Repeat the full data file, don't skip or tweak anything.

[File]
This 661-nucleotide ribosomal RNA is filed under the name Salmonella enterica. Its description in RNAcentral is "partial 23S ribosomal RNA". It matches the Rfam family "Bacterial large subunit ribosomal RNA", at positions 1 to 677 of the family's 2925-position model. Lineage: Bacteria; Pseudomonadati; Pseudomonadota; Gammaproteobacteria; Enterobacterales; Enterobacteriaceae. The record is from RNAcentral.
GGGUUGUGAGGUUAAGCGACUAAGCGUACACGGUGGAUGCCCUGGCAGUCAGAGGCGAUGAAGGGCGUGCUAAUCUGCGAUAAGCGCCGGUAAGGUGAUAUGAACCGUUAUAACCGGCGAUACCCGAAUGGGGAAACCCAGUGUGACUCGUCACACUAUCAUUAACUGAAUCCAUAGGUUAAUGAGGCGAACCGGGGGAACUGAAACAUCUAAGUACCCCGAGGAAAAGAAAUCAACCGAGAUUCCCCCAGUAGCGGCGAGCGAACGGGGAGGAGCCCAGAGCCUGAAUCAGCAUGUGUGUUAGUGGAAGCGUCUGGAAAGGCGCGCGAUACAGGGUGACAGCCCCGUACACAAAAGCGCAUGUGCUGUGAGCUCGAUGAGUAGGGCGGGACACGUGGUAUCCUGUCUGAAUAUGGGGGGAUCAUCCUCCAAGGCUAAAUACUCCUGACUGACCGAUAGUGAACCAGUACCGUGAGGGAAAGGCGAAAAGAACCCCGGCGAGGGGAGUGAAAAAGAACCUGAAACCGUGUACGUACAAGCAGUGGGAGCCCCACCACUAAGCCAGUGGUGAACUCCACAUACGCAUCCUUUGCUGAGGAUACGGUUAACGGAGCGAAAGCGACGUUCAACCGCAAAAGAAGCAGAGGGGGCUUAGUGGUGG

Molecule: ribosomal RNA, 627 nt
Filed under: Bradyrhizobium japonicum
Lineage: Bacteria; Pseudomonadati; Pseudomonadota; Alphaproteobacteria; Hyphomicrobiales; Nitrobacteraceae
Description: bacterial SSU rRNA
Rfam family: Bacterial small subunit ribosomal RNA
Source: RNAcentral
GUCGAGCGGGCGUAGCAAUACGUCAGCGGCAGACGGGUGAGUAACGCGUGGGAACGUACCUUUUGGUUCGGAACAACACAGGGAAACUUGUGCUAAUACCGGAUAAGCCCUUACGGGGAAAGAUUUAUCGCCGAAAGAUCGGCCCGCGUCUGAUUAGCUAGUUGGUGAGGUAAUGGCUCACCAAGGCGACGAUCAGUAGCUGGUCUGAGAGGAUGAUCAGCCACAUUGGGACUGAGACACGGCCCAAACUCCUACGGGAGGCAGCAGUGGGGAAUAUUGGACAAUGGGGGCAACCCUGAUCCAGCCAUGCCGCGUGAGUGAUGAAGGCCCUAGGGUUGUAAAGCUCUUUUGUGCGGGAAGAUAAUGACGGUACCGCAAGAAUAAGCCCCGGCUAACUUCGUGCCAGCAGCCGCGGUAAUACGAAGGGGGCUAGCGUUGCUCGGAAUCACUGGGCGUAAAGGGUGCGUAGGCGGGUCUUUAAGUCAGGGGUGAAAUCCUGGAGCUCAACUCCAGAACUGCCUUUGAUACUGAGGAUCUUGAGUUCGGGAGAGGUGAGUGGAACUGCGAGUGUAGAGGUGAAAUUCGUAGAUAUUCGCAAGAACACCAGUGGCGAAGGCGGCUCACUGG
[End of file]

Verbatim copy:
This 661-nucleotide ribosomal RNA is filed under the name Salmonella enterica. Its description in RNAcentral is "partial 23S ribosomal RNA". It matches the Rfam family "Bacterial large subunit ribosomal RNA", at positions 1 to 677 of the family's 2925-position model. Lineage: Bacteria; Pseudomonadati; Pseudomonadota; Gammaproteobacteria; Enterobacterales; Enterobacteriaceae. The record is from RNAcentral.
GGGUUGUGAGGUUAAGCGACUAAGCGUACACGGUGGAUGCCCUGGCAGUCAGAGGCGAUGAAGGGCGUGCUAAUCUGCGAUAAGCGCCGGUAAGGUGAUAUGAACCGUUAUAACCGGCGAUACCCGAAUGGGGAAACCCAGUGUGACUCGUCACACUAUCAUUAACUGAAUCCAUAGGUUAAUGAGGCGAACCGGGGGAACUGAAACAUCUAAGUACCCCGAGGAAAAGAAAUCAACCGAGAUUCCCCCAGUAGCGGCGAGCGAACGGGGAGGAGCCCAGAGCCUGAAUCAGCAUGUGUGUUAGUGGAAGCGUCUGGAAAGGCGCGCGAUACAGGGUGACAGCCCCGUACACAAAAGCGCAUGUGCUGUGAGCUCGAUGAGUAGGGCGGGACACGUGGUAUCCUGUCUGAAUAUGGGGGGAUCAUCCUCCAAGGCUAAAUACUCCUGACUGACCGAUAGUGAACCAGUACCGUGAGGGAAAGGCGAAAAGAACCCCGGCGAGGGGAGUGAAAAAGAACCUGAAACCGUGUACGUACAAGCAGUGGGAGCCCCACCACUAAGCCAGUGGUGAACUCCACAUACGCAUCCUUUGCUGAGGAUACGGUUAACGGAGCGAAAGCGACGUUCAACCGCAAAAGAAGCAGAGGGGGCUUAGUGGUGG

Molecule: ribosomal RNA, 627 nt
Filed under: Bradyrhizobium japonicum
Lineage: Bacteria; Pseudomonadati; Pseudomonadota; Alphaproteobacteria; Hyphomicrobiales; Nitrobacteraceae
Description: bacterial SSU rRNA
Rfam family: Bacterial small subunit ribosomal RNA
Source: RNAcentral
GUCGAGCGGGCGUAGCAAUACGUCAGCGGCAGACGGGUGAGUAACGCGUGGGAACGUACCUUUUGGUUCGGAACAACACAGGGAAACUUGUGCUAAUACCGGAUAAGCCCUUACGGGGAAAGAUUUAUCGCCGAAAGAUCGGCCCGCGUCUGAUUAGCUAGUUGGUGAGGUAAUGGCUCACCAAGGCGACGAUCAGUAGCUGGUCUGAGAGGAUGAUCAGCCACAUUGGGACUGAGACACGGCCCAAACUCCUACGGGAGGCAGCAGUGGGGAAUAUUGGACAAUGGGGGCAACCCUGAUCCAGCCAUGCCGCGUGAGUGAUGAAGGCCCUAGGGUUGUAAAGCUCUUUUGUGCGGGAAGAUAAUGACGGUACCGCAAGAAUAAGCCCCGGCUAACUUCGUGCCAGCAGCCGCGGUAAUACGAAGGGGGCUAGCGUUGCUCGGAAUCACUGGGCGUAAAGGGUGCGUAGGCGGGUCUUUAAGUCAGGGGUGAAAUCCUGGAGCUCAACUCCAGAACUGCCUUUGAUACUGAGGAUCUUGAGUUCGGGAGAGGUGAGUGGAACUGCGAGUGUAGAGGUGAAAUUCGUAGAUAUUCGCAAGAACACCAGUGGCGAAGGCGGCUCACUGG